CARSON, N.D. (AP) - Eugene Carroll, of Flasher, mopped up the last drops of beef gravy from his plate with a buttery homemade dinner roll and stopped short of licking it clean.
“The dinner was great, and there was a lot of it,” Carroll told the Bismarck Tribune (https://bit.ly/1JqZUpW ).
A roast beef and mashed potato meal was the noon special April 13 at the newly reopened no-name diner attached to the newly reopened Carson Service Station on Main Street.
After months without homemade food in a cafe setting or anywhere to get gas in town, folks say they are happy to have both restored to the Grant County community, even if the cafe has yet to have its own name.
The Pete and Val Reis family are operating the business, mostly out of a commitment to their community.
“There are a lot of elderly people in town, and they need access to gas and food,” Pete Reis said. “It was a pretty important business when it closed.”
He said as towns like Carson get smaller and lose population, it’s more difficult to get people to invest and believe.
“They’ll worry if they’ll make it,” he said.
His daughter, Shannon Wangsvick, will help run the cafe and said her folks have always pushed community and doing their part to help the town succeed. The family also operates Tuffy Manufacturing on the outskirts of town, a metal fabrication business.
“Mom and Dad really believe in doing your part,” she said.
The family will open the cafe - expect a name soon - six days a week from 7 a.m. to 7 p.m. with a 9 a.m. to 1 p.m. Sunday brunch.
Wangsvick said the two local Carson bars stepped up to fill the food gap when the cafe closed in December, but they were limited in what they could offer, both in a family setting and a full-range menu.
“If we can make enough to pay the help and take care of itself, with some for maintenance, that’s all we’re asking,” she said.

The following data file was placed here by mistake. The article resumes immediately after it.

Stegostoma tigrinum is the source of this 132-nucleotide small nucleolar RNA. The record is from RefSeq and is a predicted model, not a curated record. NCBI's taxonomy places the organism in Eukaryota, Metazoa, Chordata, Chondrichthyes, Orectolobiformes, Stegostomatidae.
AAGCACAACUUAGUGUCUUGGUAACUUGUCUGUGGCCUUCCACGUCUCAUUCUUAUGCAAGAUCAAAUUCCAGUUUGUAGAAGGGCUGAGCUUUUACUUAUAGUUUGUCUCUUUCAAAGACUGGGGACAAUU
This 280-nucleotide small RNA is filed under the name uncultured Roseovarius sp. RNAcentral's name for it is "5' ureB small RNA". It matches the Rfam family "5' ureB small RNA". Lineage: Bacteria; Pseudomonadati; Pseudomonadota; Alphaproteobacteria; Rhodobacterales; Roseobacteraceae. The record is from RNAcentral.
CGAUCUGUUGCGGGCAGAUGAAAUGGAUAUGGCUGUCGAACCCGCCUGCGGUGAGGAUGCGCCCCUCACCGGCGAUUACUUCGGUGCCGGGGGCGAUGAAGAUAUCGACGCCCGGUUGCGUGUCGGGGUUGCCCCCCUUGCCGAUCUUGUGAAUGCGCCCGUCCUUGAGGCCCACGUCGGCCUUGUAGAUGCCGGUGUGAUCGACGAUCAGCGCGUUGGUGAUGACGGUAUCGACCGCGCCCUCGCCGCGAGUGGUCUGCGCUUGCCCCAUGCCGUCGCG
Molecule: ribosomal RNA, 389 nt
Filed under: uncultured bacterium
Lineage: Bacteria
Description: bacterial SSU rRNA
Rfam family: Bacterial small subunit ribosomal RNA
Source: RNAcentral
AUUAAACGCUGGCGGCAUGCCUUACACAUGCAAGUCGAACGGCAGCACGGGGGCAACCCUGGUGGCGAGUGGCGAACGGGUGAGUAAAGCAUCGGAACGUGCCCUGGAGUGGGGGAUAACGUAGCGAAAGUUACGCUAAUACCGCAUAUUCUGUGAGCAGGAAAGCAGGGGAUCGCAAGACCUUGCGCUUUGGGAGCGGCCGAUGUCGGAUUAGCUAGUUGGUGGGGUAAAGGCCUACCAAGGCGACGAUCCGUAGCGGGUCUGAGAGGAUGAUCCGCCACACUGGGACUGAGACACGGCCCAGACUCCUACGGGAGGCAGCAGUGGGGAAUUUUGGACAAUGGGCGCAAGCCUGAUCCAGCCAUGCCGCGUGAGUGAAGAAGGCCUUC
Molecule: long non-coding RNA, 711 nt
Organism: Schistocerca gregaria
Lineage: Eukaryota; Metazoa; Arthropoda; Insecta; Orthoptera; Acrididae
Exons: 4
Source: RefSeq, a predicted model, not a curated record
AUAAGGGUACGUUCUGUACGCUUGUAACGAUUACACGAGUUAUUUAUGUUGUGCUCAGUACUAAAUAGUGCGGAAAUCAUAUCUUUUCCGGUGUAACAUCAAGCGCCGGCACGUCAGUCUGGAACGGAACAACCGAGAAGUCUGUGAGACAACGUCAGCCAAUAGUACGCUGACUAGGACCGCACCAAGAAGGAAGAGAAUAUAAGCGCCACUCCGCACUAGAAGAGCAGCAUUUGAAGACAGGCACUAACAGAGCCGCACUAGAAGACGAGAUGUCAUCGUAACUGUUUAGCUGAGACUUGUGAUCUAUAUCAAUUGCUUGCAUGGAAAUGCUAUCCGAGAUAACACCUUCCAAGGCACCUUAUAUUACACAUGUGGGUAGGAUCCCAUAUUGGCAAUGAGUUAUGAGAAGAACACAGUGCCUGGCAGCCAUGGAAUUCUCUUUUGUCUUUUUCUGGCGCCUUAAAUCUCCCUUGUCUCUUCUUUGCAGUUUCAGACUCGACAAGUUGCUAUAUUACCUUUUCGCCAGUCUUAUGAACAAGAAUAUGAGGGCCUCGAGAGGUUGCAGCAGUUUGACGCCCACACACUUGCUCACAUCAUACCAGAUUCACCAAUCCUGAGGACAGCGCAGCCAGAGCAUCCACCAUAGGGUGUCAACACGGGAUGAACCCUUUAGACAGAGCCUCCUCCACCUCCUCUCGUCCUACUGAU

Worse was not having gas in town, she said.
Outside, in the warm spring air, L.D. Steinmetz stopped to fill up his pickup.
“I’m super happy it’s open. It’s a local business, it’s convenient and I like the people,” Steinmetz said.
Inside, three women from the North Dakota State University Extension Office in Carson were having lunch, happy to be able to stroll around the corner for a homemade meal.
“It’s nice to have a gathering place for coffee drinkers and a place where we can bring the family,” said Amanda Dahners, who handles the extension’s family and consumer science department. “There was a hole on Main Street when it was closed.”
Katie Wirt, crop science agent, commutes almost 50 miles to work and said she appreciates having someplace handy to keep her gas tank topped off.
“I’m really glad to have a gas station,” she said.
Besides the pumps, the station will be open for mechanic and tire work, Wangsvick said.
The cafe, with Rose Reis Grimm as head cook and Susan Hauge as waitress, will also offer German meals, with cheese buttons on Friday and knephle and kraut on Wednesdays.
The cafe saw a nice amount of business the day it reopened, and Wangsvick said she enjoys helping the old hometown.
“It’s a nice community. People are great,” she said.
Information from: Bismarck Tribune, https://www.bismarcktribune.com
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